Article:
Wake County School District makes adjustments to handle bus driver shortage

ByJamiese Price via WTVD logo
Wednesday, August 17, 2022
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School starts at the end of the month for the traditional school year in Wake County and the district is already preparing parents for transportation changes.

WAKE COUNTY, N.C. (WTVD) -- School starts at the end of the month for the traditional school year in Wake County and the district is already preparing parents for transportation changes.

The district's transportation department spent the summer adjusting to help get students to school on time and safely. They also worked to make sure there is little to no interruption to service, but Transportation Senior Director Bob Snidemiller, said to school board members on Tuesday it may be unavoidable.

There are 560 bus drivers and 55 full time permanent subs. Every full-time substitute driver will be assigned to a route if need be, to cover the 584 routes for the 22-23 school year. While there are enough drivers, some students can still feel the impacts of the driver shortage this school year if too many drivers call out on the same day.

"Our bus drivers are humans like the rest of us. They get sick and flu season comes along and we may exceed the 5% buffer that we have on any given day which unfortunately means we would have uncovered bus routes."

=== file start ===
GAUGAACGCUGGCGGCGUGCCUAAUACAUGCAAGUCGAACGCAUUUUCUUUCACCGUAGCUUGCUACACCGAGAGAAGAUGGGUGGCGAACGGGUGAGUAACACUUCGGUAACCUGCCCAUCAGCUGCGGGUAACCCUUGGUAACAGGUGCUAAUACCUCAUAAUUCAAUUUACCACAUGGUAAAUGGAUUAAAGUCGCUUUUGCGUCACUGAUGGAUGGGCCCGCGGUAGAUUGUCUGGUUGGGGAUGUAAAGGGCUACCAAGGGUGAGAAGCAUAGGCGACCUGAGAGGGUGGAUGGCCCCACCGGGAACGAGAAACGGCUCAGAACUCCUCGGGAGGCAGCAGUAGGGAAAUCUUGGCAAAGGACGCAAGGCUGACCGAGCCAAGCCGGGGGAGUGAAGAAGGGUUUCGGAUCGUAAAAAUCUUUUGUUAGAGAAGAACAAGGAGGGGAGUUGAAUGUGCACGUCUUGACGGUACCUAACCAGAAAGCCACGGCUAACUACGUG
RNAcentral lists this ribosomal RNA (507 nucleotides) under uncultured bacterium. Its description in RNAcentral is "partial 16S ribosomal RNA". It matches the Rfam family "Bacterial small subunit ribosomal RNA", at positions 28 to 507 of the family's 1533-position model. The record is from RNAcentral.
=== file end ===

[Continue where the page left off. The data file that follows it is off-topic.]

Also, the route to school for some Wake County bus riders will be longer this year. Students might not arrive to school until five minutes before the bell rings, but the goal is to get every student to school 15 minutes before class begins for the day.

The district is also stretching bus runs even more, which means some students could be forced to wait in the afternoon until the bus driver is finished with their first round of drop offs before getting picked up on the second run of drop offs.

In 2014 there were 900 available drivers. Now there are 615 available drivers. Over the last year, there were 106 resignations as of August 2. Some parents are working through the adjustments. Kim Maney has a sixth grader who is a bus rider. "With the lack of bus drivers, there's been some impact. We're having to drive her," said Maney.

"This makes parents adjust. I am never going to ask an individual to take less money to take less or you know than they deserve. So, if you want people to participate in these roles, then you have to pay them what they are worth, right a living wage," she continued.

The district offering sign on bonuses of $1,200 for bus drivers as well as an employee bonus of $1,200 during the school year. Bus drivers are also eligible for a $1,000 attendance bonus.